Thursday, February 25, 2010

Table Making- Assembly

I use Z-clips (table floats) to fix my skirts to the tabletop to allow for wood movement. I have a spacer that I use with the plate joiner to make the slots. I centre one slot on each skirt, and two as close to the corner block as the tool will allow.

I use a clamp to bring the sides square to the ends, and a depth gauge to centre it on the table. When it's aligned I screw the ends down.

Then the z-clips are fastened down, keeping the skirt parallel to the rails.

A piece of poplar scrap is milled flat on one side to use as a guide for mounting the leaf skirts. I work one leaf at a time, being careful to maintain the grain across all three leaves. The poplar is clamped to the table skirts, and the leaf skirt is centred and screwed down. We're at the end of winter, the leaf will be expanding from here on. I can go almost all the way across the leaf with the skirt with no fear of it interfering with the table closing.

Keeping the grain continuous and the gaps tight gives the best appearance.

Next I make outriggers. These parts are the mount for the rails, serve as leaf storage, and make it possible for the table to be disassembled from the top.

The thickness of the extension rails and top, added to the height of the base, is 29". The outriggers need to be 1" thick to make my completed table 30" tall. I want to raise the middle 3/4", this leaves just enough room to slide my leaf between it and the bottom of the table. Raising this area as much as I can helps hide the leaf skirts when they are stored.

I start by milling 8/4 walnut to the 1 3/4" thickness and long enough to span the distance between the rails. I then mount my full dado stack in the tablesaw to create the step.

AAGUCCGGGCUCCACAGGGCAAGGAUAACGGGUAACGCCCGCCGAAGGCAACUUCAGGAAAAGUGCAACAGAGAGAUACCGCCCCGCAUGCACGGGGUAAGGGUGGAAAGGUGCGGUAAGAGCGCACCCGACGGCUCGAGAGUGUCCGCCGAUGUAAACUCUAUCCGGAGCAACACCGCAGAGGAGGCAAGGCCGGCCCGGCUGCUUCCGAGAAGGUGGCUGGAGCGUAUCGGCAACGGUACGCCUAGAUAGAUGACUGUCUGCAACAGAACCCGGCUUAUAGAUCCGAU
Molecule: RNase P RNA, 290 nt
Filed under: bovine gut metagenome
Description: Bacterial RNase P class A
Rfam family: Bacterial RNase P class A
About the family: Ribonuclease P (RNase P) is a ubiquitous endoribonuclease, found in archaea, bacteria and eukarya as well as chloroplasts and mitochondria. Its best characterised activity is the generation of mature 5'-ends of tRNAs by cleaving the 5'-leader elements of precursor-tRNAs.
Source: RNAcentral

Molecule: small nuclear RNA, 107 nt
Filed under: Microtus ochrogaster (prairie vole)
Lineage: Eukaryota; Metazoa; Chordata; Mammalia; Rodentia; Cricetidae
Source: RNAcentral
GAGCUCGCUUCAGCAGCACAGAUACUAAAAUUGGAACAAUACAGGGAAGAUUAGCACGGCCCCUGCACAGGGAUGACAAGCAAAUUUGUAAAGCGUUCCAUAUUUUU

The blade is raised to 3/4". The fence is set so that from it to the left edge of the blade is 1/8" more than the rails are wide. I use the mitre gauge with a poplar backer board to eliminate blowout. I start with the very end of the stock, working my way inward. Clearing this out first means there is no material between the blade and the fence, eliminating kickback. I do this until my stock is 1/8" from the fence.

I climbcut the last 1/8". The stock is pushed tight against the fence and drawn, slowly and under control, backwards across the blade. Never climbcut more than 1/8", as it becomes difficult to control.

Both ends of both outriggers are cut like this.

The result of the climbcut is a razor sharp shoulder, free of blowout.

I mark and drill for the hanger bolts that fix the outriggers to the base. I mount them, and check how well the leaves fit while in storage.

They are a little tight, so I rip them down and champher the outside edges.

I then remount them to the base.

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I'm a woodworker on the Canadian prairie.